I do think that a continuity of sacredness means something.  I know many pagans who get all huffy and angry when they think about Christian churches built on ancient pagan sites, but I wonder how many of those churches were built by local people because of the sacredness already inherent in the place.   

The word sacred comes from the Latin word sacrum, which referred to the Gods and anything in their purview.  It also descends from the word sanctum, which means to set apart.  As a pantheist I have often disliked the idea of the sacred as setting something apart.  I feel that the whole world is holy, including the desk I am sitting at, the compost pile outside, and the blue sky above me.  But there is something to these places where religious rites have occurred.  A different feeling where it’s easier to fall into a place of connection.

I looked at a Mary and saw Diana.  Maybe there’s room for both.

If you like my work and you'd like to support what I do, please consider my RedBubble site or my Etsy store for your holiday gift giving.

Friday, November 21, 2014

Crazy in a Good Way: The Dissociative state and Trancework

This is about controlling the dissociative state. This is about using our own psychology for our benefit.  About taking what we shove into psychosis and instead trusting in all the threads of experience, research, and the ancient lore woven together like a net under circus performers.  Come with me and let us fly above those who would stand by and watch.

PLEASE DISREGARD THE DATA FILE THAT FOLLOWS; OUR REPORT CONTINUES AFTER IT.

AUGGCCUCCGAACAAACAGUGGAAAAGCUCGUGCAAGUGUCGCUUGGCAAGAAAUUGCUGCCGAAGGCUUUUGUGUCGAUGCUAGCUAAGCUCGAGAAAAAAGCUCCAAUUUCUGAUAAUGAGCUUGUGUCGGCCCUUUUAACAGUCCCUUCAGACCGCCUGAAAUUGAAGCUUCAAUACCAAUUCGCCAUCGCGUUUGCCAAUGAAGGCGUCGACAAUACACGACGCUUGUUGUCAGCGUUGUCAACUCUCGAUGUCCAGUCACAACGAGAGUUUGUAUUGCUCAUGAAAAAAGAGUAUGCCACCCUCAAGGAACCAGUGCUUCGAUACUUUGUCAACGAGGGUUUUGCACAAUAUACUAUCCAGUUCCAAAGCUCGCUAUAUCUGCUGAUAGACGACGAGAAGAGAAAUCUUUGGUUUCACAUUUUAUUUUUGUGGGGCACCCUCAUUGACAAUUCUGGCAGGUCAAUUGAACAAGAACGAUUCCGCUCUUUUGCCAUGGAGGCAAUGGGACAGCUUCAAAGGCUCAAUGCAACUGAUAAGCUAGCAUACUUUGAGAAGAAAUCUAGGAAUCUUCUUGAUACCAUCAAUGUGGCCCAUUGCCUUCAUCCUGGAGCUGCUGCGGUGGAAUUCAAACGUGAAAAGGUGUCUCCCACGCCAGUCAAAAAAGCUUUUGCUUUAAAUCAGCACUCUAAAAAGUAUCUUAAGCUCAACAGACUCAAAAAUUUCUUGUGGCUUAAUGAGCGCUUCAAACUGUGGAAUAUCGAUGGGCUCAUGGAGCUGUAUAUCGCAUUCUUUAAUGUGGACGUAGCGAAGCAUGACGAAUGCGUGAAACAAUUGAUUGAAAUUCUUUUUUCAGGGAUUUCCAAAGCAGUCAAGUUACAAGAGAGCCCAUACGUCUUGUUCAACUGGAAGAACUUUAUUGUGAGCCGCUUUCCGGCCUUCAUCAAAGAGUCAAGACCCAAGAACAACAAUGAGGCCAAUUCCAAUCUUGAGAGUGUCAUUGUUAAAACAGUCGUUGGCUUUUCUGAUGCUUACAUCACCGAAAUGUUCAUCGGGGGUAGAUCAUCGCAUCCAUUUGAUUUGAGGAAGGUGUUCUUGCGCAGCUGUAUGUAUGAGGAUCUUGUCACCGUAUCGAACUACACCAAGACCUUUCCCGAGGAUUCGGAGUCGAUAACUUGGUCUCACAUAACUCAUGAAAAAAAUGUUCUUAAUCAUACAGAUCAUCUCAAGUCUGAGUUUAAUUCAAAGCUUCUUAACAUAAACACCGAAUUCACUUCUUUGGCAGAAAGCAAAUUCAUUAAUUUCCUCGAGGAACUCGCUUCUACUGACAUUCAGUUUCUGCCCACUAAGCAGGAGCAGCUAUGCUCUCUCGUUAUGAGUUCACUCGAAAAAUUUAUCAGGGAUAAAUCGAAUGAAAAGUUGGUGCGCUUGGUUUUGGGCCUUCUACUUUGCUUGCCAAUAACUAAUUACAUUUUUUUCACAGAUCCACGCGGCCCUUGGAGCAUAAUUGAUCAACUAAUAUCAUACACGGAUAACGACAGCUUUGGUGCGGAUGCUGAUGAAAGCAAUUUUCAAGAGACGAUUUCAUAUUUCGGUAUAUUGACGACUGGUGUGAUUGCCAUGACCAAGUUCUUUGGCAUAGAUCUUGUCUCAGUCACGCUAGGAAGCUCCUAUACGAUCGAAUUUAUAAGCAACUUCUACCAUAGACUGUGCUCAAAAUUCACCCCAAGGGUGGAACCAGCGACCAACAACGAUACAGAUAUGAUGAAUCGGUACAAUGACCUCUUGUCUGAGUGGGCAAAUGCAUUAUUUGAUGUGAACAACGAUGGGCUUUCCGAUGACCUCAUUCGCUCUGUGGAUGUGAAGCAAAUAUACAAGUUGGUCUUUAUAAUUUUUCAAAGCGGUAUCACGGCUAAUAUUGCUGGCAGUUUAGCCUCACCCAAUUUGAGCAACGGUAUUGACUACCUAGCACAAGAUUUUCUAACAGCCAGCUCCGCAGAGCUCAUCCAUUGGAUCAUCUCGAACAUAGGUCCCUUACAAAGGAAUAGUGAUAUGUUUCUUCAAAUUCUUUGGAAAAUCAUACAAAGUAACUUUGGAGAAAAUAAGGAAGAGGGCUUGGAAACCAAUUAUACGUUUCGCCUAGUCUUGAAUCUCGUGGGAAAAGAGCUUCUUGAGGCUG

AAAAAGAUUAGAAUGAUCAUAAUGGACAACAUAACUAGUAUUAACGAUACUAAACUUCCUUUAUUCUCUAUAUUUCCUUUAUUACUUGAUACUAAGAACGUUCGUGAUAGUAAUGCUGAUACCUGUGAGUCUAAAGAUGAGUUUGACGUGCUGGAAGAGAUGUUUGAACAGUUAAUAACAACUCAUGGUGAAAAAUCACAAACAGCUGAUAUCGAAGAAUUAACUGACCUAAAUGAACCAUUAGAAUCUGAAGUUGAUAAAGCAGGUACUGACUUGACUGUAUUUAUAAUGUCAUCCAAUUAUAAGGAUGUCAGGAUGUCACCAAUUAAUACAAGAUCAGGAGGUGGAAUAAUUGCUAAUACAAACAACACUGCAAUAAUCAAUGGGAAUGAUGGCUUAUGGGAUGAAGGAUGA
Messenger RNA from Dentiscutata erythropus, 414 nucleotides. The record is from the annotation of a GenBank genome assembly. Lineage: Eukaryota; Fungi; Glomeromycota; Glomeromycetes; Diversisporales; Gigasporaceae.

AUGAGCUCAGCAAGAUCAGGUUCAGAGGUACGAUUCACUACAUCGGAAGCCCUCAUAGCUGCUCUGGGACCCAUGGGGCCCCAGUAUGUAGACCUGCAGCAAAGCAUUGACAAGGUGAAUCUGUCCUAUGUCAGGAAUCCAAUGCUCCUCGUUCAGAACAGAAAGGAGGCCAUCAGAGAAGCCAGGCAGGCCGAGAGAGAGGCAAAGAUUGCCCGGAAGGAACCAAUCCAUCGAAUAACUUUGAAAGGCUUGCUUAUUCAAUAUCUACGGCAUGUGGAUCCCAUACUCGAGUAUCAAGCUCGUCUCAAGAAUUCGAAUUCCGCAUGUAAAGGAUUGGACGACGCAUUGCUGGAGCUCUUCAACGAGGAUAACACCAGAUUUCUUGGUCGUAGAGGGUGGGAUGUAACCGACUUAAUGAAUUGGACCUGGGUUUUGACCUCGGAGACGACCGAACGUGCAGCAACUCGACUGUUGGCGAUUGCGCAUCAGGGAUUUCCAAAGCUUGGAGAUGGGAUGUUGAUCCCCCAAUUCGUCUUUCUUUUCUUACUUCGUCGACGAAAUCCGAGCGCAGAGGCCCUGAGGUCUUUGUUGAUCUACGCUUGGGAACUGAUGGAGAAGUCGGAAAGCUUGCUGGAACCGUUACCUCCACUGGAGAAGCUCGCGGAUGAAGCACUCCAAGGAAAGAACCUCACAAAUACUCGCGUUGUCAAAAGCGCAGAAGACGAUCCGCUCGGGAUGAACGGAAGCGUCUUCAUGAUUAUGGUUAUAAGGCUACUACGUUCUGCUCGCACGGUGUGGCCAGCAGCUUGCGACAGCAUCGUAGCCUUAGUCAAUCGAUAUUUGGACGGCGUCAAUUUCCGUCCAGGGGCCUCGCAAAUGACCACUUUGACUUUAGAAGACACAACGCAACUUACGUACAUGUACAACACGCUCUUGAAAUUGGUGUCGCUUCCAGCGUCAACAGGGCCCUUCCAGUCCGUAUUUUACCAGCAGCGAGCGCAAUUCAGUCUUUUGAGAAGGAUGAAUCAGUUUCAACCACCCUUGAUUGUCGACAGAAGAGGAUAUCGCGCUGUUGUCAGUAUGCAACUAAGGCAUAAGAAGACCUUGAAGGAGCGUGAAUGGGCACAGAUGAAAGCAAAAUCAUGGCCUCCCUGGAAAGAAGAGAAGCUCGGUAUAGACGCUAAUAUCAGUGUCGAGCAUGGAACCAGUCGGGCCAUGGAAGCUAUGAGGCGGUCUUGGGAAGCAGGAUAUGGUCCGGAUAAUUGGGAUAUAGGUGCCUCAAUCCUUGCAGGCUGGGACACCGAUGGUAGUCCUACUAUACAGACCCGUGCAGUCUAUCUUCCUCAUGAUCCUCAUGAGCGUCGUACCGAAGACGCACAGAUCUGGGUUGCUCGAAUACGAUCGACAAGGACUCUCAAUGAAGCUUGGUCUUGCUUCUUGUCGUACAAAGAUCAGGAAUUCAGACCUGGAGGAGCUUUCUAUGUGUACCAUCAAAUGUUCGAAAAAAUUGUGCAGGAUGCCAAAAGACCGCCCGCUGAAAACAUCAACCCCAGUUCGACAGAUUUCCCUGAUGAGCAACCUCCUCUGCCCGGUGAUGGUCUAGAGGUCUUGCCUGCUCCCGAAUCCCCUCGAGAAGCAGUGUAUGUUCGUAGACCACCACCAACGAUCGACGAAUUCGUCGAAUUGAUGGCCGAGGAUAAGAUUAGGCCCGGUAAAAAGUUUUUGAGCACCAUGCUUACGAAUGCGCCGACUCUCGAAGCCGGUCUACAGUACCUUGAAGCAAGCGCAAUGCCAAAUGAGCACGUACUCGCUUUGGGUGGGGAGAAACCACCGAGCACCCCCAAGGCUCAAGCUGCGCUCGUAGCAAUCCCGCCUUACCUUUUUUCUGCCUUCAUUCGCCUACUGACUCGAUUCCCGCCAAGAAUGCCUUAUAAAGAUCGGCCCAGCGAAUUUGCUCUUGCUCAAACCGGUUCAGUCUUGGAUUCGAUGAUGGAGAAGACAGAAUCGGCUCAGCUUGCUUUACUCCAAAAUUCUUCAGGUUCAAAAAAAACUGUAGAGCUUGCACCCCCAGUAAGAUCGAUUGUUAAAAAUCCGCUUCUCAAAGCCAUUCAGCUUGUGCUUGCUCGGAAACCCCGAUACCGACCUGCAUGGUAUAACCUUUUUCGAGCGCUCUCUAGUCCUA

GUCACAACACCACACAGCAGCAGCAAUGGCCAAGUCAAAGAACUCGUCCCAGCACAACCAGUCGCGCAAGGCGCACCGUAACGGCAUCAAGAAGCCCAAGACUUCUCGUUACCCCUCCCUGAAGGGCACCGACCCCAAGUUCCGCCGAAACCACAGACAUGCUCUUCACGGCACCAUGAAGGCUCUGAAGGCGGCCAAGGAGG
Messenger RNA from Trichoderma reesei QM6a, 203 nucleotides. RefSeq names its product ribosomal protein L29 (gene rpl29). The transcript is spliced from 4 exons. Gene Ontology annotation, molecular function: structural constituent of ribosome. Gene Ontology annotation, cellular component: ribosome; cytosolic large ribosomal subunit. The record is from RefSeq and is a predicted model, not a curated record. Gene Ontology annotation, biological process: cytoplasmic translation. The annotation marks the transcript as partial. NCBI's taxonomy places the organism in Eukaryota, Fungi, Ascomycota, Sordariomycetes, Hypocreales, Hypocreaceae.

Bee Spirit Meditation
The creative process is a lot like trance work. When I work at my best and most creative I move most deeply into a different consciousness.  There is a certain state of mind that I get into where I am not fully aware of my self as a self.  I can feel larger or smaller than my actual size, outside of myself, or simple unconnected to reality.  I also go into this state of mind when I’m deeply stressed, anxious, or feeling threatened.   It’s something I’ve always done.  I go into trance states easily.  When I was first learning this sort of work my challenge was to come out of the trance states, not to go into them.   I find, in general, two main categories of difficulties when individuals want to practice trance work.  The ones who have a hard time getting it to work at all, and the ones who can’t stop it from happening.  I was the second sort of person, and many years later, I know something about how to help people on both sides of that coin.

I’ve always felt a bit on the crazy side. Let’s face it.  When you have hyper real daydreams, don’t feel connected to your own self, have a sense of energy flowing through trees and people, and all the kids in school call you weird, you kind of get the idea that you might be a bit different than the norm.